AUSTIN (KXAN) — On the eve of the start of the 87th Legislative Session, the Texas Capitol grounds and building are open to the public. But incoming state Sen. Sarah Eckhardt, an Austin Democrat, is nowhere near her new office.

“I have been working out of my attic, here, since March,” Eckhardt told KXAN. “It’s very, very strange trying to build relationships through electronic means but that’s what we need to do.”

The Texas House and Senate will swear-in members on Tuesday, launching the 140-day biennium legislative session in a state where the coronavirus continues to strain health care systems and thwart the economy.

On Monday, Texas Comptroller Glenn Hegar told lawmakers that they will face a $1 billion budget shortfall in the upcoming session, a relief compared to the $4.6 billion shortfall estimate he made in July.

Eckhardt brings with her a background in shaping budgets from her time as the Travis County judge.

“I’m looking forward to learning how to rebuild a state infrastructure that responds even in good times to Texas residents,” Eckhardt said.

Rep. Donna Howard of Austin was first elected to the Texas House in 2006 and served through the housing market crash and recession.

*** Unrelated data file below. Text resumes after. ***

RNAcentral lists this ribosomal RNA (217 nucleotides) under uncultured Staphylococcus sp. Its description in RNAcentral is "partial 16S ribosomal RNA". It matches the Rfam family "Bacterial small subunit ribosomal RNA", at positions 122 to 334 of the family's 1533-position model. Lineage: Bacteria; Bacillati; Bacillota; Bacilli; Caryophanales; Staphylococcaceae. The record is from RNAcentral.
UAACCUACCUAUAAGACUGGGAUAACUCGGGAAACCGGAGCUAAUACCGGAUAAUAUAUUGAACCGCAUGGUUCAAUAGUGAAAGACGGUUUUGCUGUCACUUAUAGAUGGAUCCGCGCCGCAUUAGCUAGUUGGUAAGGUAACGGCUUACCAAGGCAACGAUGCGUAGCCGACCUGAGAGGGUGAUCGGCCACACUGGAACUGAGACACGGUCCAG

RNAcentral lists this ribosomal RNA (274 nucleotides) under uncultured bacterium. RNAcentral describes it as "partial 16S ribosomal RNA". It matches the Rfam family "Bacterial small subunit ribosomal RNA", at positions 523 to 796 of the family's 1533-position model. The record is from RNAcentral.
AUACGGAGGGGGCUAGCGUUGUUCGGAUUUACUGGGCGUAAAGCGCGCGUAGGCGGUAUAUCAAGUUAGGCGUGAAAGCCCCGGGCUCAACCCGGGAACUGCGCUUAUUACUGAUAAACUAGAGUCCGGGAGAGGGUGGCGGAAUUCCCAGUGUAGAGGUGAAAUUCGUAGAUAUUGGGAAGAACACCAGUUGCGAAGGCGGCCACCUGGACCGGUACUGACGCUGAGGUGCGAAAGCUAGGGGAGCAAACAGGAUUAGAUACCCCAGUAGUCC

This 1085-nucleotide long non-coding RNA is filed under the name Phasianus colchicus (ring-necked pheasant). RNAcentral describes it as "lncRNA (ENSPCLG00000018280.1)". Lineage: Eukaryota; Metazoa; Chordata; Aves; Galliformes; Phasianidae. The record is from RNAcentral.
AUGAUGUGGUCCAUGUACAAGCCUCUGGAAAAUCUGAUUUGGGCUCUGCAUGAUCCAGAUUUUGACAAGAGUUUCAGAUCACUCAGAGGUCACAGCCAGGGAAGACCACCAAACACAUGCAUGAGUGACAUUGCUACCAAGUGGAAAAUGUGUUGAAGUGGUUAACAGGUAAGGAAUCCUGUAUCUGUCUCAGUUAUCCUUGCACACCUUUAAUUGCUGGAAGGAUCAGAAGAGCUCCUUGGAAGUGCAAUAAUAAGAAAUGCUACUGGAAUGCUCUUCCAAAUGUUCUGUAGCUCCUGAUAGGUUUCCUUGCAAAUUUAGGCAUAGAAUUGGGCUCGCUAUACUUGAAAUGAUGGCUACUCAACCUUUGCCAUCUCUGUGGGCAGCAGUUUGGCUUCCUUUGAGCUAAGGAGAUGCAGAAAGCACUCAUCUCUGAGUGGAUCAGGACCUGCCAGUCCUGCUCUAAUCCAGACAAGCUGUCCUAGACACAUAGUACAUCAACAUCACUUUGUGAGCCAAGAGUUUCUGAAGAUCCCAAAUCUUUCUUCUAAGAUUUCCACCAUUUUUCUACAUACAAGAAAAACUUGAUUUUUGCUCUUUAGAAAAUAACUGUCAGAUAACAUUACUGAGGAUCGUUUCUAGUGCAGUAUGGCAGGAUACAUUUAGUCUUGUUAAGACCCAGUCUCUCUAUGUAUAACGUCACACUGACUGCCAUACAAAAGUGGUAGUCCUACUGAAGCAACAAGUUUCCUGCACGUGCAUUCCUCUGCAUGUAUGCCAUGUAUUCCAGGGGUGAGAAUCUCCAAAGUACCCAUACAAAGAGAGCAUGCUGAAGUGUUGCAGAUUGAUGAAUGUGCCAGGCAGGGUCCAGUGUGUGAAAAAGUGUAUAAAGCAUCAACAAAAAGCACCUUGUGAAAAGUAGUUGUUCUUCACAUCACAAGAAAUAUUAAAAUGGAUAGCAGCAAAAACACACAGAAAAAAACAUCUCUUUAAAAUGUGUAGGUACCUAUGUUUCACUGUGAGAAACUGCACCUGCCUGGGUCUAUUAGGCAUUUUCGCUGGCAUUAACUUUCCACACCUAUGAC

Howard, a Democrat, said the state is only now recovering from billions of dollars of cuts that were made to public education, a mistake it can’t afford to make again.

“It was very grueling, actually, because there was clearly a demarcation between those who wanted to maintain services and those who wanted to cut,” Howard said.

Republican Rep. John Cyrier of Lockhart represents Central Texas’ most rural district.

He believes some pandemic-related issues, like broadband access for students learning from home, may force lawmakers to bridge the gap between rural and urban Texans.

“To me, it’s more education,” Cyrier said. “It’s more of just understanding our way of life.”